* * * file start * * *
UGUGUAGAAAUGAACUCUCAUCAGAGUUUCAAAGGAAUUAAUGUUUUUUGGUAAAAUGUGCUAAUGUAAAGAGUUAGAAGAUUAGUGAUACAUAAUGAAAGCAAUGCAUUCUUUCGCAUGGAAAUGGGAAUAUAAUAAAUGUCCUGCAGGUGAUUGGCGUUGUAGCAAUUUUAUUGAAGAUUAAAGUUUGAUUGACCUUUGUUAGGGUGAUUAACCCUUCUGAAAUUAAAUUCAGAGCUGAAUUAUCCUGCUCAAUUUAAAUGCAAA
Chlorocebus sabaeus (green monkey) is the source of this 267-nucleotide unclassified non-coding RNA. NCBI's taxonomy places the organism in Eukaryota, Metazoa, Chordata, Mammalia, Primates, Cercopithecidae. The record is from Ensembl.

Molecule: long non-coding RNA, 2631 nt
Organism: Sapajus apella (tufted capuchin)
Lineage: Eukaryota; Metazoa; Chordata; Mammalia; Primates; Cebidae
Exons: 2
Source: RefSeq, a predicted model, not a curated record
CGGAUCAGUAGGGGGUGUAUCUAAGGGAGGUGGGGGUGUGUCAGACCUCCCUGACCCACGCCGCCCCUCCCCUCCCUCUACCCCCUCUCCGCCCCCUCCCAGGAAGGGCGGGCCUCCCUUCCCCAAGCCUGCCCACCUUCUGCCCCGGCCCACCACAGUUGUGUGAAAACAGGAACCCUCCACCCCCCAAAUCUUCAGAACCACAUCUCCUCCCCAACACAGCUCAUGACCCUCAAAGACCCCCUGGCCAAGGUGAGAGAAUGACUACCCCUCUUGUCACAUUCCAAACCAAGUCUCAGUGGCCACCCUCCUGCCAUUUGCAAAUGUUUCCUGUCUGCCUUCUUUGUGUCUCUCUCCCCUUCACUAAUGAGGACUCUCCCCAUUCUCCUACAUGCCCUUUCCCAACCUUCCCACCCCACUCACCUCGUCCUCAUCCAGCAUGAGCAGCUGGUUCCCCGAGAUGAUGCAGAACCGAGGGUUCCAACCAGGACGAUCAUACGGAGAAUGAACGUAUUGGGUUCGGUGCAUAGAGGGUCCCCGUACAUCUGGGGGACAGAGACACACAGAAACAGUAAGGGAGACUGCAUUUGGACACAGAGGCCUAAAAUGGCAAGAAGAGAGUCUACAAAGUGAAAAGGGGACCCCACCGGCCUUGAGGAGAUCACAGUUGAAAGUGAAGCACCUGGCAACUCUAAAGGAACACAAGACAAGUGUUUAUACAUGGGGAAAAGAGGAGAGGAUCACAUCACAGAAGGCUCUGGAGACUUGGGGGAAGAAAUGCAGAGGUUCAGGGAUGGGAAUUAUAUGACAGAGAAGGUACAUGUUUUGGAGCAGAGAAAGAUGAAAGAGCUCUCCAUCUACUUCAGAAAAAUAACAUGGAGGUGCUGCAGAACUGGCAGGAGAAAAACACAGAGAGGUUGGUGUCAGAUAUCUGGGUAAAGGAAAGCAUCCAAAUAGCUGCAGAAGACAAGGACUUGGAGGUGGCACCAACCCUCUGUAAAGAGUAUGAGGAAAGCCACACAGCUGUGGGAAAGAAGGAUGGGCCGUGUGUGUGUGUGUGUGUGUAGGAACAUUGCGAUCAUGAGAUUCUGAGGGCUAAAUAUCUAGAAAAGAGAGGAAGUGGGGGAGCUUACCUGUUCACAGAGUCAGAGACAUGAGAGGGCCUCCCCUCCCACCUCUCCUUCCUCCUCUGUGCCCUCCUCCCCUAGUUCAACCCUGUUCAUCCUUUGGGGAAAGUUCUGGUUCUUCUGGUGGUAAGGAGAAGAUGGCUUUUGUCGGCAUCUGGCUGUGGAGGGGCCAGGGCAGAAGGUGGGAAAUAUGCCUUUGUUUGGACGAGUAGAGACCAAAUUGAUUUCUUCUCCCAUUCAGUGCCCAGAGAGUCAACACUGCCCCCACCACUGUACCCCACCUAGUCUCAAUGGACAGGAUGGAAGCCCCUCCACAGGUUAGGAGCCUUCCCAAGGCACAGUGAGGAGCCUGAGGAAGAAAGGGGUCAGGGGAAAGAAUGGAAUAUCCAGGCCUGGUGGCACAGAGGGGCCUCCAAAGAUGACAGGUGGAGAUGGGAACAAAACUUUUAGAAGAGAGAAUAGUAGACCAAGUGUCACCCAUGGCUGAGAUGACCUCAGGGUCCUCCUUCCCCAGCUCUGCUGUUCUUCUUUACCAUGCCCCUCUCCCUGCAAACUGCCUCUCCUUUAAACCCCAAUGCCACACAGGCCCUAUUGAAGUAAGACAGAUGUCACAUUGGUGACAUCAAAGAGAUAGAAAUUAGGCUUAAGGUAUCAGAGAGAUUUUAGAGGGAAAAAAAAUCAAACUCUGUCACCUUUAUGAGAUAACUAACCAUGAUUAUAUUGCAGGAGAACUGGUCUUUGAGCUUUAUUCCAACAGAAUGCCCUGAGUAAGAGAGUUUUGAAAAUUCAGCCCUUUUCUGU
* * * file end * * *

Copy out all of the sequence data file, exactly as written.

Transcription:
UGUGUAGAAAUGAACUCUCAUCAGAGUUUCAAAGGAAUUAAUGUUUUUUGGUAAAAUGUGCUAAUGUAAAGAGUUAGAAGAUUAGUGAUACAUAAUGAAAGCAAUGCAUUCUUUCGCAUGGAAAUGGGAAUAUAAUAAAUGUCCUGCAGGUGAUUGGCGUUGUAGCAAUUUUAUUGAAGAUUAAAGUUUGAUUGACCUUUGUUAGGGUGAUUAACCCUUCUGAAAUUAAAUUCAGAGCUGAAUUAUCCUGCUCAAUUUAAAUGCAAA
Chlorocebus sabaeus (green monkey) is the source of this 267-nucleotide unclassified non-coding RNA. NCBI's taxonomy places the organism in Eukaryota, Metazoa, Chordata, Mammalia, Primates, Cercopithecidae. The record is from Ensembl.

Molecule: long non-coding RNA, 2631 nt
Organism: Sapajus apella (tufted capuchin)
Lineage: Eukaryota; Metazoa; Chordata; Mammalia; Primates; Cebidae
Exons: 2
Source: RefSeq, a predicted model, not a curated record
CGGAUCAGUAGGGGGUGUAUCUAAGGGAGGUGGGGGUGUGUCAGACCUCCCUGACCCACGCCGCCCCUCCCCUCCCUCUACCCCCUCUCCGCCCCCUCCCAGGAAGGGCGGGCCUCCCUUCCCCAAGCCUGCCCACCUUCUGCCCCGGCCCACCACAGUUGUGUGAAAACAGGAACCCUCCACCCCCCAAAUCUUCAGAACCACAUCUCCUCCCCAACACAGCUCAUGACCCUCAAAGACCCCCUGGCCAAGGUGAGAGAAUGACUACCCCUCUUGUCACAUUCCAAACCAAGUCUCAGUGGCCACCCUCCUGCCAUUUGCAAAUGUUUCCUGUCUGCCUUCUUUGUGUCUCUCUCCCCUUCACUAAUGAGGACUCUCCCCAUUCUCCUACAUGCCCUUUCCCAACCUUCCCACCCCACUCACCUCGUCCUCAUCCAGCAUGAGCAGCUGGUUCCCCGAGAUGAUGCAGAACCGAGGGUUCCAACCAGGACGAUCAUACGGAGAAUGAACGUAUUGGGUUCGGUGCAUAGAGGGUCCCCGUACAUCUGGGGGACAGAGACACACAGAAACAGUAAGGGAGACUGCAUUUGGACACAGAGGCCUAAAAUGGCAAGAAGAGAGUCUACAAAGUGAAAAGGGGACCCCACCGGCCUUGAGGAGAUCACAGUUGAAAGUGAAGCACCUGGCAACUCUAAAGGAACACAAGACAAGUGUUUAUACAUGGGGAAAAGAGGAGAGGAUCACAUCACAGAAGGCUCUGGAGACUUGGGGGAAGAAAUGCAGAGGUUCAGGGAUGGGAAUUAUAUGACAGAGAAGGUACAUGUUUUGGAGCAGAGAAAGAUGAAAGAGCUCUCCAUCUACUUCAGAAAAAUAACAUGGAGGUGCUGCAGAACUGGCAGGAGAAAAACACAGAGAGGUUGGUGUCAGAUAUCUGGGUAAAGGAAAGCAUCCAAAUAGCUGCAGAAGACAAGGACUUGGAGGUGGCACCAACCCUCUGUAAAGAGUAUGAGGAAAGCCACACAGCUGUGGGAAAGAAGGAUGGGCCGUGUGUGUGUGUGUGUGUGUAGGAACAUUGCGAUCAUGAGAUUCUGAGGGCUAAAUAUCUAGAAAAGAGAGGAAGUGGGGGAGCUUACCUGUUCACAGAGUCAGAGACAUGAGAGGGCCUCCCCUCCCACCUCUCCUUCCUCCUCUGUGCCCUCCUCCCCUAGUUCAACCCUGUUCAUCCUUUGGGGAAAGUUCUGGUUCUUCUGGUGGUAAGGAGAAGAUGGCUUUUGUCGGCAUCUGGCUGUGGAGGGGCCAGGGCAGAAGGUGGGAAAUAUGCCUUUGUUUGGACGAGUAGAGACCAAAUUGAUUUCUUCUCCCAUUCAGUGCCCAGAGAGUCAACACUGCCCCCACCACUGUACCCCACCUAGUCUCAAUGGACAGGAUGGAAGCCCCUCCACAGGUUAGGAGCCUUCCCAAGGCACAGUGAGGAGCCUGAGGAAGAAAGGGGUCAGGGGAAAGAAUGGAAUAUCCAGGCCUGGUGGCACAGAGGGGCCUCCAAAGAUGACAGGUGGAGAUGGGAACAAAACUUUUAGAAGAGAGAAUAGUAGACCAAGUGUCACCCAUGGCUGAGAUGACCUCAGGGUCCUCCUUCCCCAGCUCUGCUGUUCUUCUUUACCAUGCCCCUCUCCCUGCAAACUGCCUCUCCUUUAAACCCCAAUGCCACACAGGCCCUAUUGAAGUAAGACAGAUGUCACAUUGGUGACAUCAAAGAGAUAGAAAUUAGGCUUAAGGUAUCAGAGAGAUUUUAGAGGGAAAAAAAAUCAAACUCUGUCACCUUUAUGAGAUAACUAACCAUGAUUAUAUUGCAGGAGAACUGGUCUUUGAGCUUUAUUCCAACAGAAUGCCCUGAGUAAGAGAGUUUUGAAAAUUCAGCCCUUUUCUGU